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Association of household food- and drink-sharing practices with human herpesvirus 8 seroconversion in a cohort of Zambian children

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dc.contributor.author Crabtree, Kay L.
dc.contributor.author Wood, Charles
dc.contributor.author Wojcicki, Janet M.
dc.contributor.author Minhas, Veenu
dc.contributor.author Kankasa, Chipepo
dc.contributor.author Mitchell, Charles
dc.date.accessioned 2019-02-22T20:36:19Z
dc.date.available 2019-02-22T20:36:19Z
dc.date.issued 2017-10-17
dc.identifier.citation Crabtree KL, Wojcicki JM, Minhas V, Kankasa C, Mitchell C, Wood C. Association of Household Food- and Drink-Sharing Practices With Human Herpesvirus 8 Seroconversion in a Cohort of Zambian Children. J Infect Dis. 2017 Oct 17;216(7):842-849. doi: 10.1093/infdis/jix399. en_US
dc.identifier.uri http://hdl.handle.net/20.500.11987/347
dc.description This is a pre-copy-editing, author-produced PDF of an article accepted for publication in The Journal of Infectious Diseases following peer review. The definitive publisher-authenticated version, Crabtree KL, Wojcicki JM, Minhas V, Kankasa C, Mitchell C, Wood C. Association of Household Food- and Drink-Sharing Practices With Human Herpesvirus 8 Seroconversion in a Cohort of Zambian Children. J Infect Dis. 2017 Oct 17;216(7):842-849. doi: 10.1093/infdis/jix399, is available online at https://academic.oup.com/jid/article/216/7/842/4082466. en_US
dc.description.abstract Background: Human herpesvirus 8 (HHV-8) infection occurs in early childhood and is associated with human immunodeficiency virus type 1 (HIV-1) infection and risk for Kaposi sarcoma, but behaviors associated with HHV-8 transmission are not well described. Methods: We enrolled and followed a prospective cohort of 270 children and their household members to investigate risk factors for HHV-8 transmission in Lusaka, Zambia. Results: We report an incidence of 30.07 seroconversions per 100 child-years. Independent risk factors for HHV-8 incident infection included having a child who shared utensils with a primary caregiver (hazards ratio [HR], 2.33; 95% confidence interval [CI], 1.49-7.14), having an increasing number of HHV-8-infected household members (HR, 1.27; 95% CI, 1.09-2.79), and having >/=5 siblings/children in the household (HR, 2.24; 95% CI, 1.03-4.88). Playing with >5 children a day was protective against infection (HR, 0.54; 95% CI, .33-0.89), as was increasing child age (HR, 0.96; 95% CI, .93-.99). Conclusions: This is the first study to find a temporal association between limited child feeding behaviors and risk for HHV-8 infection. Child food- and drink-sharing behaviors should be included in efforts to minimize HHV-8 transmission, and households with a large number of siblings should receive additional counseling as childhood infections occur in the home context. en_US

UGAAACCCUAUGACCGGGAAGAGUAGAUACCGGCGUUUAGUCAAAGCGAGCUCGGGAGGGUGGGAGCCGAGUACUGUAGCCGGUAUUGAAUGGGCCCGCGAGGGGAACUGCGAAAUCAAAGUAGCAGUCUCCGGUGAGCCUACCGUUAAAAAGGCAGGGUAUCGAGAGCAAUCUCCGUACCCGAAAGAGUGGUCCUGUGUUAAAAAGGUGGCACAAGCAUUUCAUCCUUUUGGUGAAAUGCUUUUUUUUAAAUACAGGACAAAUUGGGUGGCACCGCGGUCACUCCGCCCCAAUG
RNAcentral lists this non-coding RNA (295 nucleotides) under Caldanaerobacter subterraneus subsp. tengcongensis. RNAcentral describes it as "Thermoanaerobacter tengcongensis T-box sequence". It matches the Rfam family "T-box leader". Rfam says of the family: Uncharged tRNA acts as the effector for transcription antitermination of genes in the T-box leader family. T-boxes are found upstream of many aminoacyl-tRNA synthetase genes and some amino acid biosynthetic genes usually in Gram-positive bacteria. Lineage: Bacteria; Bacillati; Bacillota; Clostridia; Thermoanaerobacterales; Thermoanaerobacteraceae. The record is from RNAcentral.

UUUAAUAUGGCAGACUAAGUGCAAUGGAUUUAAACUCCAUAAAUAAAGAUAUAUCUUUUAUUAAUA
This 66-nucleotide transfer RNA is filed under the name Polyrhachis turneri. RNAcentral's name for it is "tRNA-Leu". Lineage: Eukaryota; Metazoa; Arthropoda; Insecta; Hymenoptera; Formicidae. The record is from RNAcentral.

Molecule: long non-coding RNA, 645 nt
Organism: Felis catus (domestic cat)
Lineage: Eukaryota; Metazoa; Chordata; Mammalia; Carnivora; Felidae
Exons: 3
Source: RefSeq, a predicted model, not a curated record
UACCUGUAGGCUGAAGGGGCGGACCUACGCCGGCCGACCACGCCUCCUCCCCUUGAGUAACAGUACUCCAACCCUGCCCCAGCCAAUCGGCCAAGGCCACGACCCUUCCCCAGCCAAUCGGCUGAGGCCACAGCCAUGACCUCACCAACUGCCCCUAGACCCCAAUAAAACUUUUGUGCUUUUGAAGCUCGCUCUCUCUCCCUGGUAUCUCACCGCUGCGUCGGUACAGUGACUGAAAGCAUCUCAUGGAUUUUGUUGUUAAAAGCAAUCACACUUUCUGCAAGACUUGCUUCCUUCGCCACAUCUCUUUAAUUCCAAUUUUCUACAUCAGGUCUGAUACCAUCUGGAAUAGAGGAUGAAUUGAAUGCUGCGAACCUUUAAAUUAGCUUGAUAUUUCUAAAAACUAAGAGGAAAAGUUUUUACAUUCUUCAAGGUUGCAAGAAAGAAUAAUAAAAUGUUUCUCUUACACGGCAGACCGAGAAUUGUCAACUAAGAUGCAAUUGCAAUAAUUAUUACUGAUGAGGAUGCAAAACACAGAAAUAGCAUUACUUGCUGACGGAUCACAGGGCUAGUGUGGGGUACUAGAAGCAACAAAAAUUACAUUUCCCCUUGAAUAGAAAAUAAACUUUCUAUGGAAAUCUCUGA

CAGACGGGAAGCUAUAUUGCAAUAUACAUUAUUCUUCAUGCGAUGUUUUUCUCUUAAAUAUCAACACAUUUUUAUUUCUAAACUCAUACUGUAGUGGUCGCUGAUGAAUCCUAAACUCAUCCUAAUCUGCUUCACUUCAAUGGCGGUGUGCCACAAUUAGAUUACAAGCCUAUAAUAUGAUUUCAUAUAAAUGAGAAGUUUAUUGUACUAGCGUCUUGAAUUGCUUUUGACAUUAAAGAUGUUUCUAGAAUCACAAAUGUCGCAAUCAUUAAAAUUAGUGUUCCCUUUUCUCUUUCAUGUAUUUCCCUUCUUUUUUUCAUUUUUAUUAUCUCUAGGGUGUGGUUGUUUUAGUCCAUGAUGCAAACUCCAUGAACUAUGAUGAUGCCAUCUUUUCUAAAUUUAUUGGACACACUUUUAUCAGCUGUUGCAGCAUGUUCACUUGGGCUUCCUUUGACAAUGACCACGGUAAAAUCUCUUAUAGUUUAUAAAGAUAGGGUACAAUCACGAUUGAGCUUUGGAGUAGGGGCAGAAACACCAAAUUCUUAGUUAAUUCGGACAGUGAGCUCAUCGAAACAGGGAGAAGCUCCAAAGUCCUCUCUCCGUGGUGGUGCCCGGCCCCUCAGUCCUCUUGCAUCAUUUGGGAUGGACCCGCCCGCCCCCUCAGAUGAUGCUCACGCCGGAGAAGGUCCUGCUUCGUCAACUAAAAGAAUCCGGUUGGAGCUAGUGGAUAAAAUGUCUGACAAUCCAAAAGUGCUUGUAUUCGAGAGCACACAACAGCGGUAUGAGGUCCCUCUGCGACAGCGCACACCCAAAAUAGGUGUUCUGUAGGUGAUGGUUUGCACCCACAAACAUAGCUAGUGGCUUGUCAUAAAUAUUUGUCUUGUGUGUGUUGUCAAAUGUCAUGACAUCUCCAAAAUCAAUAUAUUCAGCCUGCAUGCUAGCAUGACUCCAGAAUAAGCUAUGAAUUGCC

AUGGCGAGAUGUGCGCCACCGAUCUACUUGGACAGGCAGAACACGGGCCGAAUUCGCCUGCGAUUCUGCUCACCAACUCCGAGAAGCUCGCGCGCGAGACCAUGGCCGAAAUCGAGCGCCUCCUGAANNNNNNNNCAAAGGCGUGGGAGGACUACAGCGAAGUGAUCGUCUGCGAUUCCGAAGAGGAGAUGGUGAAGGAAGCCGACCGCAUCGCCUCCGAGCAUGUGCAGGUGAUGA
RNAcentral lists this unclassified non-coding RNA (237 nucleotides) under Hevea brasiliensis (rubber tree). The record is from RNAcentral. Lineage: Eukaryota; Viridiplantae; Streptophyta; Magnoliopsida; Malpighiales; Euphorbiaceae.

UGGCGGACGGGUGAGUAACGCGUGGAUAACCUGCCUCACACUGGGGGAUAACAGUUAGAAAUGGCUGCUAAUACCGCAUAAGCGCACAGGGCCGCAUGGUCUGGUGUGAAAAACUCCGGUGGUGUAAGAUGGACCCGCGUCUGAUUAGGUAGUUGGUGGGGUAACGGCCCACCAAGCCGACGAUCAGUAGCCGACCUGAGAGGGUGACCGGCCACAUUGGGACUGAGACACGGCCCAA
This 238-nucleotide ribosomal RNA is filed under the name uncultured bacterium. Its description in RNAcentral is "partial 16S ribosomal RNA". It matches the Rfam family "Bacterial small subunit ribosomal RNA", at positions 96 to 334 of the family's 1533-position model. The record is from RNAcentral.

dc.language.iso en_US en_US
dc.publisher Oxford University Press for the Infectious Diseases Society of America en_US
dc.source.uri https://academic.oup.com/jid/article/216/7/842/4082466
dc.source.uri https://academic.oup.com/jid/article/216/7/842/4082466
dc.subject Kaposi’s sarcoma en_US
dc.subject Human herpesvirus 8 en_US
dc.subject Mastication en_US
dc.subject Africa, Sub-Saharan en_US
dc.subject Zambia en_US
dc.subject Herpesviridae Infections en_US
dc.subject Food microbiology en_US
dc.title Association of household food- and drink-sharing practices with human herpesvirus 8 seroconversion in a cohort of Zambian children en_US
dc.type Article en_US


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